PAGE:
Tom’s Diner Goes Graphic In Mimi Pond’s Delightful New Novel
Mimi Pond’s Over Easy is part coming-of-age story, part shrewd dissection of a boho scene, and an altogether delightful graphic novel.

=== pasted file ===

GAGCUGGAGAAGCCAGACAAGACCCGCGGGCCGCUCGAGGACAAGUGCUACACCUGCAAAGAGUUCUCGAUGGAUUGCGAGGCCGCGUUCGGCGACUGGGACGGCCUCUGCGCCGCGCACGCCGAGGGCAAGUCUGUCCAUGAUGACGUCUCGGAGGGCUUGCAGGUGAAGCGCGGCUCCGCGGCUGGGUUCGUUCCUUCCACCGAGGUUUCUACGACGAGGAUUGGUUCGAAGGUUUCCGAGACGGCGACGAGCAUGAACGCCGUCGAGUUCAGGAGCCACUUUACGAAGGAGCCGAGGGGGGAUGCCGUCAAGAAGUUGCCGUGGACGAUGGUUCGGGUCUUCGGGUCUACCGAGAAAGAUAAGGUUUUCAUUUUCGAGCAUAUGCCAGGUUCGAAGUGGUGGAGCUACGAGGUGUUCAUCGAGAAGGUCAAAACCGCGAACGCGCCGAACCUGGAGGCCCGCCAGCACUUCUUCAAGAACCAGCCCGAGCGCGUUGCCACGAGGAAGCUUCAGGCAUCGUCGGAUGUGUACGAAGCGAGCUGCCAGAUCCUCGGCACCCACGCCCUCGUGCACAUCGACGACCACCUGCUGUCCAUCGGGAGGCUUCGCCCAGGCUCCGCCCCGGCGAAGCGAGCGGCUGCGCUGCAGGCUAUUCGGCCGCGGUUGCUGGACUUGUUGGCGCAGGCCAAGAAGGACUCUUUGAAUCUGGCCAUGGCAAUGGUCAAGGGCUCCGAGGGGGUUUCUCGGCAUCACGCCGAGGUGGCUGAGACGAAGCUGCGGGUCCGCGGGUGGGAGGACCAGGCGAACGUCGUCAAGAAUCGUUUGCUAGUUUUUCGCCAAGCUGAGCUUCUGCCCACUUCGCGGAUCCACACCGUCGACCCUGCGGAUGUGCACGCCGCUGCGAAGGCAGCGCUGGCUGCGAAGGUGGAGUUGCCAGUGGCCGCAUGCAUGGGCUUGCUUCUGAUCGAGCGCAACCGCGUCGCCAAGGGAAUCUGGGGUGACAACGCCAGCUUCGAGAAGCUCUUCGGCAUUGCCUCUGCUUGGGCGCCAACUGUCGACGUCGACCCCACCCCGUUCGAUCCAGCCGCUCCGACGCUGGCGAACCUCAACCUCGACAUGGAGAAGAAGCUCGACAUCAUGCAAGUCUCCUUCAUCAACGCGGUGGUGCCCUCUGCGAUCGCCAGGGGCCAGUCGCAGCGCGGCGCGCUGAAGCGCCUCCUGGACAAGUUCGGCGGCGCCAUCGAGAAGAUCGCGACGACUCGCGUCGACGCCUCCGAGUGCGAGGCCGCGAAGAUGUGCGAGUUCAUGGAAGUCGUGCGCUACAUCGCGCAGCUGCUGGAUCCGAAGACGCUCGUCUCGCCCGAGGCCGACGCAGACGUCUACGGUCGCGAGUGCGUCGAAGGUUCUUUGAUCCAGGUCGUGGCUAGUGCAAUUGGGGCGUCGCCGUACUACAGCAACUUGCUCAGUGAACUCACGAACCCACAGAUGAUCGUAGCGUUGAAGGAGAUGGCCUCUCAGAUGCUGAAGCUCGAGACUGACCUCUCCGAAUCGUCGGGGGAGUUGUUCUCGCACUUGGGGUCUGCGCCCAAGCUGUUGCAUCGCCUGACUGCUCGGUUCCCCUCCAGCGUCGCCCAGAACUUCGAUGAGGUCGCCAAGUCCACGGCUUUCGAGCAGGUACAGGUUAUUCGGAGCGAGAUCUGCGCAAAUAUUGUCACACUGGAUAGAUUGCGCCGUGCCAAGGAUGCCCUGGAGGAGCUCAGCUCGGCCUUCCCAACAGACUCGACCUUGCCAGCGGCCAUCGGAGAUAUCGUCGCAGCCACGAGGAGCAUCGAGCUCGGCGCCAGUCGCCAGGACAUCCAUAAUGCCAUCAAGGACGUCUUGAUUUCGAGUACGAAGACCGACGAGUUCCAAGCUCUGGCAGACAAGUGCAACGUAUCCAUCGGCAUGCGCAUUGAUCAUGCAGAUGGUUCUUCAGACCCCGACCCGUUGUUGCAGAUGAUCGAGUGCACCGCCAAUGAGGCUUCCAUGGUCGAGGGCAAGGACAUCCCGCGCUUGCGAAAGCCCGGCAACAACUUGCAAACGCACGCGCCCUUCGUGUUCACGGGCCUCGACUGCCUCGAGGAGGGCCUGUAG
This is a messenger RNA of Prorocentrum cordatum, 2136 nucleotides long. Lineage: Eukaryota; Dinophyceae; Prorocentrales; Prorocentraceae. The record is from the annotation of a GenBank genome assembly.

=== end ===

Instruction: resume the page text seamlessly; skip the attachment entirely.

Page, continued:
Perhaps Mimi Pond’s greatest contribution to the graphic arts will always be her writing for the first full-length episode of The Simpsons, but her fiercely intelligent contribution to the graphic novel-as-autobiography genre surpasses “Simpsons Roasting On an Open Fire” with ease. Other comic coming-of-age memoirs (Art Spiegelman’s Maus, Marjane Satrapi’s Persepolis) often use the graphic medium as a way of depicting horrific events like the Holocaust or the Iranian Revolution in a more accessible visual medium, Pond’s Over Easy depicts a story (in rich, pelagic turquoise duotone) that can resonate with any artistically inclined Millennial. After being denied the financial aid she needs to pay for her last year of art school, Margaret abandons the restricting world of academia for the Imperial Café, an out-of-the-way diner that functions both as a time capsule for Seventies-era California—Elvis Costello, Patty Hearst, and an Italian cook in an Afro make an appearance—and as a cocoon for Pond, who grows from a naïve proto-hipster into a woman confident in her art, and in herself.